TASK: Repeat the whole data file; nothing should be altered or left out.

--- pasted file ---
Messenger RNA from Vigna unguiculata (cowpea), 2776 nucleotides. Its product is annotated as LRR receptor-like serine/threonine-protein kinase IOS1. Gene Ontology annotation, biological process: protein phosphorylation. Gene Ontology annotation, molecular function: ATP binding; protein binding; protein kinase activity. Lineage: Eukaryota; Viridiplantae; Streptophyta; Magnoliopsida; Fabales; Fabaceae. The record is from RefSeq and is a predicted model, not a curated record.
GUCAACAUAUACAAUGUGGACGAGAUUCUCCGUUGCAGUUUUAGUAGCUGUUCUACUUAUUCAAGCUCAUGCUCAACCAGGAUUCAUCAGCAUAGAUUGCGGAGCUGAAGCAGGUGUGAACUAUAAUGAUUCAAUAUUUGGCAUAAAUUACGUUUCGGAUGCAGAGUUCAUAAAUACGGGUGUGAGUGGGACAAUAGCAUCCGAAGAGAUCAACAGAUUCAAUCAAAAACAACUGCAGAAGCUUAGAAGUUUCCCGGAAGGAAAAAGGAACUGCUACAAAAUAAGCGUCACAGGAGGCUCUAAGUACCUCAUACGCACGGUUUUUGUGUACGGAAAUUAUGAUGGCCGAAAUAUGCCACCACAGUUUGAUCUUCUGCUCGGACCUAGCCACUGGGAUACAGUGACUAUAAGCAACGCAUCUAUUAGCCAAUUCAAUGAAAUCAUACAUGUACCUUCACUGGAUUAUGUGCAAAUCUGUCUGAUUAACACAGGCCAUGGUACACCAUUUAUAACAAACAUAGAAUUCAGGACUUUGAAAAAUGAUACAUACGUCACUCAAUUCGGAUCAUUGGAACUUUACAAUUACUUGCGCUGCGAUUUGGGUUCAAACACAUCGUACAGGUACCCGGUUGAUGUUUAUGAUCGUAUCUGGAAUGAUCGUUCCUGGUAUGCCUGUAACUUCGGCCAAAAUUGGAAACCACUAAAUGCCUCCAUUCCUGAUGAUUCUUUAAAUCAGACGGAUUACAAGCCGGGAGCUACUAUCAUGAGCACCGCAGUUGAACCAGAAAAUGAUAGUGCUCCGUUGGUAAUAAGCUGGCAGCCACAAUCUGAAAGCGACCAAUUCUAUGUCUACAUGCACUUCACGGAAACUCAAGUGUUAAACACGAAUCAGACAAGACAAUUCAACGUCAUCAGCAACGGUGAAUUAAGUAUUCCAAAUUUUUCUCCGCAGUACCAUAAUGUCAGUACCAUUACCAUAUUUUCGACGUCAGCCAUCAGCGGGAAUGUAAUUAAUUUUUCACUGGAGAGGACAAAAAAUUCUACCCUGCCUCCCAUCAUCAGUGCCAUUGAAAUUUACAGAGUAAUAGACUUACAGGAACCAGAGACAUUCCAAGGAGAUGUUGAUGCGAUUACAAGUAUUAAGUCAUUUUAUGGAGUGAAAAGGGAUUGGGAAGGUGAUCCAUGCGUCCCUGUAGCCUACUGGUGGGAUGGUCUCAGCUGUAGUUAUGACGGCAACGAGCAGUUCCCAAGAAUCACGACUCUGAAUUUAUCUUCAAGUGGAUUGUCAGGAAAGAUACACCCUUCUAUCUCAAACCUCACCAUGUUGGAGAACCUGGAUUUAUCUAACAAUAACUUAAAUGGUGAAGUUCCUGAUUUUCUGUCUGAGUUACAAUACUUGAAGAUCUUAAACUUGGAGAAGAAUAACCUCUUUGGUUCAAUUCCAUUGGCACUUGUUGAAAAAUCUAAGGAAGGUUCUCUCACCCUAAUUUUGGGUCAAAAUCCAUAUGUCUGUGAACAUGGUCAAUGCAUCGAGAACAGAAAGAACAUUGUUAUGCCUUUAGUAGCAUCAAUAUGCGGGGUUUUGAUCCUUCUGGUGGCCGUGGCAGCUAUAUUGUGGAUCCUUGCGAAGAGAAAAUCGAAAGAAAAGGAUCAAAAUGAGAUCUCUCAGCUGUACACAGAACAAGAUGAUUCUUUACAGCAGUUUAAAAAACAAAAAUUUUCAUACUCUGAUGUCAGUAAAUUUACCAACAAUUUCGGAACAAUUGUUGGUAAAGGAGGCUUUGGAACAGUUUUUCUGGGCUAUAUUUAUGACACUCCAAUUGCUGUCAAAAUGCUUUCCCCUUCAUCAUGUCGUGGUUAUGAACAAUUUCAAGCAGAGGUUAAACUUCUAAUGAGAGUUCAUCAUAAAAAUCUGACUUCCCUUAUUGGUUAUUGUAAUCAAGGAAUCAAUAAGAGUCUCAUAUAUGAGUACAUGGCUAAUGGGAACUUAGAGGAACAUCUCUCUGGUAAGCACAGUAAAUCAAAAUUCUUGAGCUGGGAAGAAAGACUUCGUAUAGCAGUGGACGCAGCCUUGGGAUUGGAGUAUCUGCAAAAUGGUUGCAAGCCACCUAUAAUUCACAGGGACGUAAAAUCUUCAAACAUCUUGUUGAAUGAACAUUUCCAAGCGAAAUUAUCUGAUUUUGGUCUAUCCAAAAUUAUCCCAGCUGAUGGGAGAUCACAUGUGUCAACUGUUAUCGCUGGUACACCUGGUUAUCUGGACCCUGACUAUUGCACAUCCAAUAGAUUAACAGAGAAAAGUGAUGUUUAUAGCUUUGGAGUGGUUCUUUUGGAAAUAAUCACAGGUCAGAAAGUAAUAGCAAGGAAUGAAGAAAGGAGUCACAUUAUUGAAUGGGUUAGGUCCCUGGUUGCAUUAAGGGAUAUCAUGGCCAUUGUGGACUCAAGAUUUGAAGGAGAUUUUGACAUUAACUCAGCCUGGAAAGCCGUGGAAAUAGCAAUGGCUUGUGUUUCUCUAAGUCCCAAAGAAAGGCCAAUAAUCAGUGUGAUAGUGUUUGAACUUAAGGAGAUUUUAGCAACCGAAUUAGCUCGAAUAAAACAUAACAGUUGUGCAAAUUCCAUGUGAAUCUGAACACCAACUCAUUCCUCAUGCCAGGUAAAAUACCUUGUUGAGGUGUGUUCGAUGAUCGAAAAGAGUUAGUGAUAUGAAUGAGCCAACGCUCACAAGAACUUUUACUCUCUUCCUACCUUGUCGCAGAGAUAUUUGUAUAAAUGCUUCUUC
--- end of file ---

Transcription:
Messenger RNA from Vigna unguiculata (cowpea), 2776 nucleotides. Its product is annotated as LRR receptor-like serine/threonine-protein kinase IOS1. Gene Ontology annotation, biological process: protein phosphorylation. Gene Ontology annotation, molecular function: ATP binding; protein binding; protein kinase activity. Lineage: Eukaryota; Viridiplantae; Streptophyta; Magnoliopsida; Fabales; Fabaceae. The record is from RefSeq and is a predicted model, not a curated record.
GUCAACAUAUACAAUGUGGACGAGAUUCUCCGUUGCAGUUUUAGUAGCUGUUCUACUUAUUCAAGCUCAUGCUCAACCAGGAUUCAUCAGCAUAGAUUGCGGAGCUGAAGCAGGUGUGAACUAUAAUGAUUCAAUAUUUGGCAUAAAUUACGUUUCGGAUGCAGAGUUCAUAAAUACGGGUGUGAGUGGGACAAUAGCAUCCGAAGAGAUCAACAGAUUCAAUCAAAAACAACUGCAGAAGCUUAGAAGUUUCCCGGAAGGAAAAAGGAACUGCUACAAAAUAAGCGUCACAGGAGGCUCUAAGUACCUCAUACGCACGGUUUUUGUGUACGGAAAUUAUGAUGGCCGAAAUAUGCCACCACAGUUUGAUCUUCUGCUCGGACCUAGCCACUGGGAUACAGUGACUAUAAGCAACGCAUCUAUUAGCCAAUUCAAUGAAAUCAUACAUGUACCUUCACUGGAUUAUGUGCAAAUCUGUCUGAUUAACACAGGCCAUGGUACACCAUUUAUAACAAACAUAGAAUUCAGGACUUUGAAAAAUGAUACAUACGUCACUCAAUUCGGAUCAUUGGAACUUUACAAUUACUUGCGCUGCGAUUUGGGUUCAAACACAUCGUACAGGUACCCGGUUGAUGUUUAUGAUCGUAUCUGGAAUGAUCGUUCCUGGUAUGCCUGUAACUUCGGCCAAAAUUGGAAACCACUAAAUGCCUCCAUUCCUGAUGAUUCUUUAAAUCAGACGGAUUACAAGCCGGGAGCUACUAUCAUGAGCACCGCAGUUGAACCAGAAAAUGAUAGUGCUCCGUUGGUAAUAAGCUGGCAGCCACAAUCUGAAAGCGACCAAUUCUAUGUCUACAUGCACUUCACGGAAACUCAAGUGUUAAACACGAAUCAGACAAGACAAUUCAACGUCAUCAGCAACGGUGAAUUAAGUAUUCCAAAUUUUUCUCCGCAGUACCAUAAUGUCAGUACCAUUACCAUAUUUUCGACGUCAGCCAUCAGCGGGAAUGUAAUUAAUUUUUCACUGGAGAGGACAAAAAAUUCUACCCUGCCUCCCAUCAUCAGUGCCAUUGAAAUUUACAGAGUAAUAGACUUACAGGAACCAGAGACAUUCCAAGGAGAUGUUGAUGCGAUUACAAGUAUUAAGUCAUUUUAUGGAGUGAAAAGGGAUUGGGAAGGUGAUCCAUGCGUCCCUGUAGCCUACUGGUGGGAUGGUCUCAGCUGUAGUUAUGACGGCAACGAGCAGUUCCCAAGAAUCACGACUCUGAAUUUAUCUUCAAGUGGAUUGUCAGGAAAGAUACACCCUUCUAUCUCAAACCUCACCAUGUUGGAGAACCUGGAUUUAUCUAACAAUAACUUAAAUGGUGAAGUUCCUGAUUUUCUGUCUGAGUUACAAUACUUGAAGAUCUUAAACUUGGAGAAGAAUAACCUCUUUGGUUCAAUUCCAUUGGCACUUGUUGAAAAAUCUAAGGAAGGUUCUCUCACCCUAAUUUUGGGUCAAAAUCCAUAUGUCUGUGAACAUGGUCAAUGCAUCGAGAACAGAAAGAACAUUGUUAUGCCUUUAGUAGCAUCAAUAUGCGGGGUUUUGAUCCUUCUGGUGGCCGUGGCAGCUAUAUUGUGGAUCCUUGCGAAGAGAAAAUCGAAAGAAAAGGAUCAAAAUGAGAUCUCUCAGCUGUACACAGAACAAGAUGAUUCUUUACAGCAGUUUAAAAAACAAAAAUUUUCAUACUCUGAUGUCAGUAAAUUUACCAACAAUUUCGGAACAAUUGUUGGUAAAGGAGGCUUUGGAACAGUUUUUCUGGGCUAUAUUUAUGACACUCCAAUUGCUGUCAAAAUGCUUUCCCCUUCAUCAUGUCGUGGUUAUGAACAAUUUCAAGCAGAGGUUAAACUUCUAAUGAGAGUUCAUCAUAAAAAUCUGACUUCCCUUAUUGGUUAUUGUAAUCAAGGAAUCAAUAAGAGUCUCAUAUAUGAGUACAUGGCUAAUGGGAACUUAGAGGAACAUCUCUCUGGUAAGCACAGUAAAUCAAAAUUCUUGAGCUGGGAAGAAAGACUUCGUAUAGCAGUGGACGCAGCCUUGGGAUUGGAGUAUCUGCAAAAUGGUUGCAAGCCACCUAUAAUUCACAGGGACGUAAAAUCUUCAAACAUCUUGUUGAAUGAACAUUUCCAAGCGAAAUUAUCUGAUUUUGGUCUAUCCAAAAUUAUCCCAGCUGAUGGGAGAUCACAUGUGUCAACUGUUAUCGCUGGUACACCUGGUUAUCUGGACCCUGACUAUUGCACAUCCAAUAGAUUAACAGAGAAAAGUGAUGUUUAUAGCUUUGGAGUGGUUCUUUUGGAAAUAAUCACAGGUCAGAAAGUAAUAGCAAGGAAUGAAGAAAGGAGUCACAUUAUUGAAUGGGUUAGGUCCCUGGUUGCAUUAAGGGAUAUCAUGGCCAUUGUGGACUCAAGAUUUGAAGGAGAUUUUGACAUUAACUCAGCCUGGAAAGCCGUGGAAAUAGCAAUGGCUUGUGUUUCUCUAAGUCCCAAAGAAAGGCCAAUAAUCAGUGUGAUAGUGUUUGAACUUAAGGAGAUUUUAGCAACCGAAUUAGCUCGAAUAAAACAUAACAGUUGUGCAAAUUCCAUGUGAAUCUGAACACCAACUCAUUCCUCAUGCCAGGUAAAAUACCUUGUUGAGGUGUGUUCGAUGAUCGAAAAGAGUUAGUGAUAUGAAUGAGCCAACGCUCACAAGAACUUUUACUCUCUUCCUACCUUGUCGCAGAGAUAUUUGUAUAAAUGCUUCUUC